Observing the hypergeometric function, we will see that this function represents an infinite series. To compute J2 (m), we write Formula (20) with Equation (17) as:
Then, we rewrite the formula for the partial summation Equation (22) as:
For the ∇ function, we use Formula (24). We obtain:
After substitution in J2 (m), we get:
For j = 0, the factor (m − n + 1) could be less than or equal to zero. Then, the terms concerning this condition should not be taken. In this case, the summation should be reversed. We set j = N − m − i. This gives:
After some manipulations with the Pochhammer symbols, J2 (m) can be written as a hypergeometric function.
With α = β = 0, it follows again, after some manipulations of the Pochhammer symbols:
It can be shown that the hypergeometric function represents a finite series. Then, with  (16.4.11), we can rewrite the hypergeometric function. This results in:
5. The Frequency Response for the Approximate Fractional Orthogonal Difference
Just as for the fractional orthogonal derivative, it is possible to compute the frequency response for the fractional orthogonal difference. In that case, we can apply Theorem 1, where we take another function for the function g. In this case, we use Equation (5):
Comparing this formula with  (5.28), we will see that the only difference between these formulas is the factor
. In the next section, we will discuss this fact.
With α = β = 0 and n = 1, there remains:
For N = 1, there remains:
Remark 4.Note that the frequency response inEquation (33) is derived with a summation to infinity. For practical reasons, one should take the summation to a finite number, say M. Then, we have to use the frequency response corresponding toEquation (30). This is important, becauseEquation (30)is the formula to compute the approximate fractional Hahn derivative. Then, the frequency response will differ from the ideal one. Taking the Fourier transform, the result for the frequency response is:
Remark 5.For the filter for the fractional differentiation of Grünwald and Letnikov, the approximate frequency response (with N finite) can be simply derived fromEquation (11)by taking the Fourier transform. We first take the Fourier transform ofEquation (11)without the limits. This gives: with N = [x/δ]
Because f (x) is a causal function, it follows that x ≥ kδ. Substitution gives:
6. Application of the Theory to a Fractional Differentiating Filter
This section treats the application of the fractional derivative in linear filter theory. In that theory, a filter is described by three properties, e.g., the input signal, the so-called impulse response function of the filter and the output signal. These properties are described in the time domain. The output signal is the convolution integral of the input signal and the impulse response function of the filter. The linearity means that the output signal depends linearly on the input signal.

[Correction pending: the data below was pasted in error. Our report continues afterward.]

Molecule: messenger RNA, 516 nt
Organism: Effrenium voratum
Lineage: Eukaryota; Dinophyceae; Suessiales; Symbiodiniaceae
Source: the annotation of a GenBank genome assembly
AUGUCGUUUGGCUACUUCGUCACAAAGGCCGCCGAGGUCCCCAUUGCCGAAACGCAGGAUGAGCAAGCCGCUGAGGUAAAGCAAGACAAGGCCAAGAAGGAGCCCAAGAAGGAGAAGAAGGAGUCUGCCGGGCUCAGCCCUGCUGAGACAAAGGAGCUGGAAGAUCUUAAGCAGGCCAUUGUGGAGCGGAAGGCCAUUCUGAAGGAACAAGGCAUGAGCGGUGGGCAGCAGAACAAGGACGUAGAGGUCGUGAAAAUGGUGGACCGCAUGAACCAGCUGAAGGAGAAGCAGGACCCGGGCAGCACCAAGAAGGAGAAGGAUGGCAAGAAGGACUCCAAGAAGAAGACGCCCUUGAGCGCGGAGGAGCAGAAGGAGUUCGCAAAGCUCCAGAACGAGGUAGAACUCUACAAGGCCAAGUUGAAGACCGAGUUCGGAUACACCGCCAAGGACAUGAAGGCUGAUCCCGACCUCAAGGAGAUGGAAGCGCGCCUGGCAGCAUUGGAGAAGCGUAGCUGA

One distinguishes between continuous and discrete filters, corresponding to continuity and discreteness, respectively, of the signals involved. In the discrete case, the output signal can be computed with a discrete filter equation.
In the usage of filters, there are two important items for consideration. The first item is the computation of the output signal given the input signal. The second item is a qualification of the working of the filter.
In our opinion, this second task should be preferably done in the frequency domain, where one can see the spectra of the signal and eventually the noise. In this domain, one obtains the Fourier transform of the output signal by multiplication of the Fourier transform of the input signal with the frequency response.
In this section, we will give graphs of the absolute value of the frequency response associated with various approximate fractional derivatives introduced in this paper. From these graphs, we will get insight into how these approximations will work in practice. We think this kind of analysis, in particular when using log-log plots, is preferable to the analysis of filters in the time domain. As an example of the latter type of analysis, actually for the fractional Jacobi derivative, see a paper of Tenreiro Machado .
For the second item, the frequency response of the filter should be computed. We treat here the approximate fractional Jacobi derivative and the approximate fractional Hahn derivative. For practical computations, these become the approximate fractional Legendre derivative and the approximate fractional Gram derivative.
For the first item, we can use  (4.18) for the Jacobi derivative and  (4.39) for the Hahn derivative. For the second item, we had to go to the frequency domain.